MARYVILLE (WATE) – A life-saving tool could soon be required inside all Tennessee schools. This call for change has been led by Blount County mom Rhonda Harrill whose 13-year-old son collapsed while playing basketball in 2009. He sadly died of cardiac arrhythmia.
Harrill says an AED could have saved her son’s life, which is why she’s helped draft two bills. In 2010, the Tanner Lee Jameson Act mandated a school’s AED must be inside a gym or accessible area in case of an emergency.
Then in 2016, a new bill was made law requiring teachers and students to know how to use AED devices, as well as practicing in case they ever have to use it.
This year, Harrill is heading to the capital again so other families don’t have to go through heartbreak.
“I stood at his feet, held his feet, cried, told him, ‘You’re strong.’ They were still in the process of CPR,” said Harrill describing the day Tanner died in 2009.
That day was every parent’s worst nightmare.
“I stayed in the room with him until they told us to leave,” she said.
Since then, Harrill has been drafting legislation. This year, she’s hoping every school in Tennessee will be equipped with an AED device.
“That’s always been my mission. It’s like anything, you learn the hard way. I learned the hard way. I lost my son because I didn’t know kids died of cardiac arrest.”
Rep. Bob Ramsey introduced House Bill 521 last week and along with the American Heart Association, researched beforehand, learning there are 180 schools in our state that do not have an AED.
“It’s something that’s going to save someone’s life and everybody deserves to have every chance possible in the world to save their life. Tanner didn’t get that chance,” added Harrill.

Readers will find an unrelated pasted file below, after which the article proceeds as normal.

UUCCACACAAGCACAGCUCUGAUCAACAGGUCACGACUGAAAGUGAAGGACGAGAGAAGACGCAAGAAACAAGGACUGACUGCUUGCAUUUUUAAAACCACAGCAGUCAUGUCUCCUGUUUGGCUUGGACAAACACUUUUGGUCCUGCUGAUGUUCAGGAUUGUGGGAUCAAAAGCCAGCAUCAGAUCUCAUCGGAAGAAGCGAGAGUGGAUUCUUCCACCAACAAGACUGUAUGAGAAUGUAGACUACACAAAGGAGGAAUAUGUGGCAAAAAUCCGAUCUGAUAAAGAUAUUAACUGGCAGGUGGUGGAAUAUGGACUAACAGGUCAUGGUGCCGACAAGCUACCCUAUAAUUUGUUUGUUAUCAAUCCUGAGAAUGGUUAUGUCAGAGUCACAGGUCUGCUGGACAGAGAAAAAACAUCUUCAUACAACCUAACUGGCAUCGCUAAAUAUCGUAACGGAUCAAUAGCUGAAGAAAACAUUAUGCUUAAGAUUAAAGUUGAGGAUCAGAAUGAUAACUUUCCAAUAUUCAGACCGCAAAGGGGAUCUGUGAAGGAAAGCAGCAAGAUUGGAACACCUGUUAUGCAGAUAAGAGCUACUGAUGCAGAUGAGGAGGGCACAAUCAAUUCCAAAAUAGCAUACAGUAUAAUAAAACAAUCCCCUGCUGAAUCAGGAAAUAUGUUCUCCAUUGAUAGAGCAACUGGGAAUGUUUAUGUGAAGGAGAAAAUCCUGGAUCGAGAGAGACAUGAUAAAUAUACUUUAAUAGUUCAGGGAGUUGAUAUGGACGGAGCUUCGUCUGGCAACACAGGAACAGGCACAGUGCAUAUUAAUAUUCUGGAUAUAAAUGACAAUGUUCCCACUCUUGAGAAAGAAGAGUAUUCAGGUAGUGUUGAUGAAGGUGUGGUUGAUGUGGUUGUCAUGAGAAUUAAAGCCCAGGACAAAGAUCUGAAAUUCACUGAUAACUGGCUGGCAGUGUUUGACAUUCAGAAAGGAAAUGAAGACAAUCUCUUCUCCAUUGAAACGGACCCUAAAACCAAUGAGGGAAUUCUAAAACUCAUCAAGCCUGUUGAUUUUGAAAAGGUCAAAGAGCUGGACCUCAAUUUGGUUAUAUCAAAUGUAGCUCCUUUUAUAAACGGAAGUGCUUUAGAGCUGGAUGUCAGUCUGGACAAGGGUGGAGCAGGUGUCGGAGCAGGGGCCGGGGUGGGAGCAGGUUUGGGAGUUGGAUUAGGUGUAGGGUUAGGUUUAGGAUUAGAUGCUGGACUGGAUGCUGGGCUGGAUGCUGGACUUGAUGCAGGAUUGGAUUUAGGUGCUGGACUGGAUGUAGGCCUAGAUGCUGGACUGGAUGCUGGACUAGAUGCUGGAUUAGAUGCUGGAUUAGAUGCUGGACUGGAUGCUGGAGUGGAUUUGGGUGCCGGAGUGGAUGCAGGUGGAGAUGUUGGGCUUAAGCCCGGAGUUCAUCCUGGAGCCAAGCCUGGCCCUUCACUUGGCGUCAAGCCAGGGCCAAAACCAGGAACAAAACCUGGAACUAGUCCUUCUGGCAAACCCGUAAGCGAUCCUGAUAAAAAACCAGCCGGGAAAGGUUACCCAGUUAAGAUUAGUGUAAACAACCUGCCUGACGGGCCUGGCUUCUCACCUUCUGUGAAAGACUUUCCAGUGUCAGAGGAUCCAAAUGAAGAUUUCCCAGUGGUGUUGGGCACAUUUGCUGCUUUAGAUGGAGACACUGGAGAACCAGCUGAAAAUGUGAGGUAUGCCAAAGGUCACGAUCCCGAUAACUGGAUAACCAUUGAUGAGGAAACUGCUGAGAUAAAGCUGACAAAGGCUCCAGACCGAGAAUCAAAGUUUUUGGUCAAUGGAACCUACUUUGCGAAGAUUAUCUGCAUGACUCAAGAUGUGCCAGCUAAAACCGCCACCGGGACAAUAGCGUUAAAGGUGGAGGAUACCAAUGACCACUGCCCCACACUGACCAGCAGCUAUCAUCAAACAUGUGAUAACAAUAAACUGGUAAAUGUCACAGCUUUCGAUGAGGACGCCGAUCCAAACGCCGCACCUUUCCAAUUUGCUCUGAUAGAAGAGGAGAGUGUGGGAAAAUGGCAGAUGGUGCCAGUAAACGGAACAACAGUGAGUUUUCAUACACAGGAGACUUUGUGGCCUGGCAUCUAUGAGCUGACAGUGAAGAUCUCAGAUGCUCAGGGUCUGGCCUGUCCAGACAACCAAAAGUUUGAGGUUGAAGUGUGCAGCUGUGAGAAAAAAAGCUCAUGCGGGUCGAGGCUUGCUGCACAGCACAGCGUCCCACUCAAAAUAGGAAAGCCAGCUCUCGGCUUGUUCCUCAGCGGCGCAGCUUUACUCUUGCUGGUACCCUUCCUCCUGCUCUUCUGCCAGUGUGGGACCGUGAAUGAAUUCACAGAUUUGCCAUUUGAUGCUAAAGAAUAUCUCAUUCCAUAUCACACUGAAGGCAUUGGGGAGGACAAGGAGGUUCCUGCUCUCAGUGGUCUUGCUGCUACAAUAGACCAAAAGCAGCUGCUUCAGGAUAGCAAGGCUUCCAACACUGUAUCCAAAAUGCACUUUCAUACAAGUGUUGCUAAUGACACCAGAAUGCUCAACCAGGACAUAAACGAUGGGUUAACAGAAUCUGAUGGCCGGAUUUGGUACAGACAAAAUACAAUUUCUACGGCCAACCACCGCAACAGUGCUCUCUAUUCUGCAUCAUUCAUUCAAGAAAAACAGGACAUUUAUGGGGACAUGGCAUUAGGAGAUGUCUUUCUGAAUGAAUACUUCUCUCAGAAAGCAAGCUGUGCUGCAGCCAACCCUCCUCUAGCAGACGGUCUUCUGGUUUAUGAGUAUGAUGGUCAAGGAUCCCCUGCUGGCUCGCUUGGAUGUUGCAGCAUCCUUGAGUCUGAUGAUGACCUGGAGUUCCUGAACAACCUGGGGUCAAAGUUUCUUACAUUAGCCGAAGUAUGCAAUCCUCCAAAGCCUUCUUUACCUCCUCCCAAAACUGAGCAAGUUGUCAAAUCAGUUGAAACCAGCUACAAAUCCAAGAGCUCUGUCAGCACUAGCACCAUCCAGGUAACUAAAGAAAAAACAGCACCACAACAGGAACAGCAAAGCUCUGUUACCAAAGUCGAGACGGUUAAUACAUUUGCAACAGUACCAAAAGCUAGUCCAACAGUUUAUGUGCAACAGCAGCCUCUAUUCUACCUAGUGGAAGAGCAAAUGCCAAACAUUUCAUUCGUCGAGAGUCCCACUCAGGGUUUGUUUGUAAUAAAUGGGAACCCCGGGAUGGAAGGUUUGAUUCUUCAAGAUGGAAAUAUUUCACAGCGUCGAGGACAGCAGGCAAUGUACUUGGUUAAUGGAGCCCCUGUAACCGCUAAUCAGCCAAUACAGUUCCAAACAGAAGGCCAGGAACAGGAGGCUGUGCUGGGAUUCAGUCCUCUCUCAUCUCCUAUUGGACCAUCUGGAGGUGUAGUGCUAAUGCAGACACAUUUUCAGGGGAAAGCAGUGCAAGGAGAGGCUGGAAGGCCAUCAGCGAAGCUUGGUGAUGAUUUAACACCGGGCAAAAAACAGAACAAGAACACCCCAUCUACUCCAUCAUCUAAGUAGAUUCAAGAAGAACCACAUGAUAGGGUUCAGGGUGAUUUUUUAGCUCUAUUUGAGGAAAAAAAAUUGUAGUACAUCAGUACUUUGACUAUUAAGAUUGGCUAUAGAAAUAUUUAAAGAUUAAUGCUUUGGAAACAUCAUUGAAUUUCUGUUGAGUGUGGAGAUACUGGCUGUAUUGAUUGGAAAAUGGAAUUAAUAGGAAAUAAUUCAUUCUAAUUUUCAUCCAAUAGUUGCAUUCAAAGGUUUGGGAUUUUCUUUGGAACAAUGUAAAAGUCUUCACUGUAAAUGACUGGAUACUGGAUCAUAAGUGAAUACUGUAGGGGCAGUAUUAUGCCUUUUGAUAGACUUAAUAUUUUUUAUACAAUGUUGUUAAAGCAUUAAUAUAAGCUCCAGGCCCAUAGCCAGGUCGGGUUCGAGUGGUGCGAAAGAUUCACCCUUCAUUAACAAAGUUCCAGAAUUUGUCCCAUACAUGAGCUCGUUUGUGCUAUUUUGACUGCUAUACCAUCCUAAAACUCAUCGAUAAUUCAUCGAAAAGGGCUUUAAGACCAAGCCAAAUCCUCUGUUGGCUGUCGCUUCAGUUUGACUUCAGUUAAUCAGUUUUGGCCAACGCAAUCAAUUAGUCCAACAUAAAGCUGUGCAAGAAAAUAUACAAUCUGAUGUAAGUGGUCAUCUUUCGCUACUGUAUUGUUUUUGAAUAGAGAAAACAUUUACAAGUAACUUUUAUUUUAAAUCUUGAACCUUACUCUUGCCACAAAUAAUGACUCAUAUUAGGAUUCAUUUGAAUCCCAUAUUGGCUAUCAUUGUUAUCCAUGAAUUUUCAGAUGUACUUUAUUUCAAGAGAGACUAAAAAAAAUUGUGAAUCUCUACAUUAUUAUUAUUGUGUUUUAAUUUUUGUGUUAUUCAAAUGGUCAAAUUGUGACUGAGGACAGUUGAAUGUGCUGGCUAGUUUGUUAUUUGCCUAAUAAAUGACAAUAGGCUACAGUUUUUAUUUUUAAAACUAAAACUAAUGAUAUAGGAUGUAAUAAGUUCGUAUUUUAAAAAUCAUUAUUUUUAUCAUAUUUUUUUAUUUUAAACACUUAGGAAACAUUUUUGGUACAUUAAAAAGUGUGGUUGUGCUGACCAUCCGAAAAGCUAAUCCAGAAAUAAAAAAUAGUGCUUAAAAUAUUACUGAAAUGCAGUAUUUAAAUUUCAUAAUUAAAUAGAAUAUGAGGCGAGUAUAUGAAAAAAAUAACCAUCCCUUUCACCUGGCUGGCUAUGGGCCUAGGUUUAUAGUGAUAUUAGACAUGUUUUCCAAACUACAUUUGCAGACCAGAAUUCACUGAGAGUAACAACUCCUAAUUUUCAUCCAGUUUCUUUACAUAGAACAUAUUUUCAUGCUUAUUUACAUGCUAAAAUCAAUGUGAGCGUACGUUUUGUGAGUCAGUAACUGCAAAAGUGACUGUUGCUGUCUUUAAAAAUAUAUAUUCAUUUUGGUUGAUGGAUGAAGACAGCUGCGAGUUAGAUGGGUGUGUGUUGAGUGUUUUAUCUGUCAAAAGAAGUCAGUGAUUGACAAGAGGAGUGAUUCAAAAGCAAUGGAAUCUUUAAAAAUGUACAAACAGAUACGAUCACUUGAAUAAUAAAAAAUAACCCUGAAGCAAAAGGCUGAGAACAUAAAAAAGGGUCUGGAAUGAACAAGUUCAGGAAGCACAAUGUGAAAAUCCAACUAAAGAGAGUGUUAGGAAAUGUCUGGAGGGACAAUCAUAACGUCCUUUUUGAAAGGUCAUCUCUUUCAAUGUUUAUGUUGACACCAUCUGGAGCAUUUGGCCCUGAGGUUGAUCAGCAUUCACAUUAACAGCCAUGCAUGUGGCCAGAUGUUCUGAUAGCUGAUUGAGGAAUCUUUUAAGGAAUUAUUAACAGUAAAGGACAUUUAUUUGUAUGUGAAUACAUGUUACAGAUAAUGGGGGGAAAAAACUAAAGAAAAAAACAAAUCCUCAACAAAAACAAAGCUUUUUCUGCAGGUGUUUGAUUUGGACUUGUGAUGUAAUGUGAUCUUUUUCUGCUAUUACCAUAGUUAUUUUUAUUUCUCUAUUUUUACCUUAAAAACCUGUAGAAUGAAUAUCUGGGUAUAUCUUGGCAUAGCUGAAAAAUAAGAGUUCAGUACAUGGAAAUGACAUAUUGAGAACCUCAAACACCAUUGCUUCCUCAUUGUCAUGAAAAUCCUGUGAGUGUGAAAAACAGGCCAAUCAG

If passed, it would require Tennessee public schools to have an AED. Private schools would be encouraged to obtain one. Ultimately, it would be up to the school systems to fund that equipment and because there is a fiscal note on this bill, Harrill is concerned it might not pass.
“Think of your family member. Do you want to tell them that you didn’t want to pass a law because it cost a little bit of money?” she asked.
For now, ideas are still being bounced around as how to help pay for AED devices, but Harrill has faith this bill will eventually be made law.
“Tanner always said, ‘Someday mommy, everybody is going to know who I am.’ And they do. His name will always be out there,” she said.
Harrill has worked on getting an AED installed and getting staff trained at the Great Smoky Mountains Heritage Center in Blount County in case a visitor or student goes into cardiac arrest. Right now Harrill says she’s trying to provide a Maryville little league team with an AED to bring with them to each game.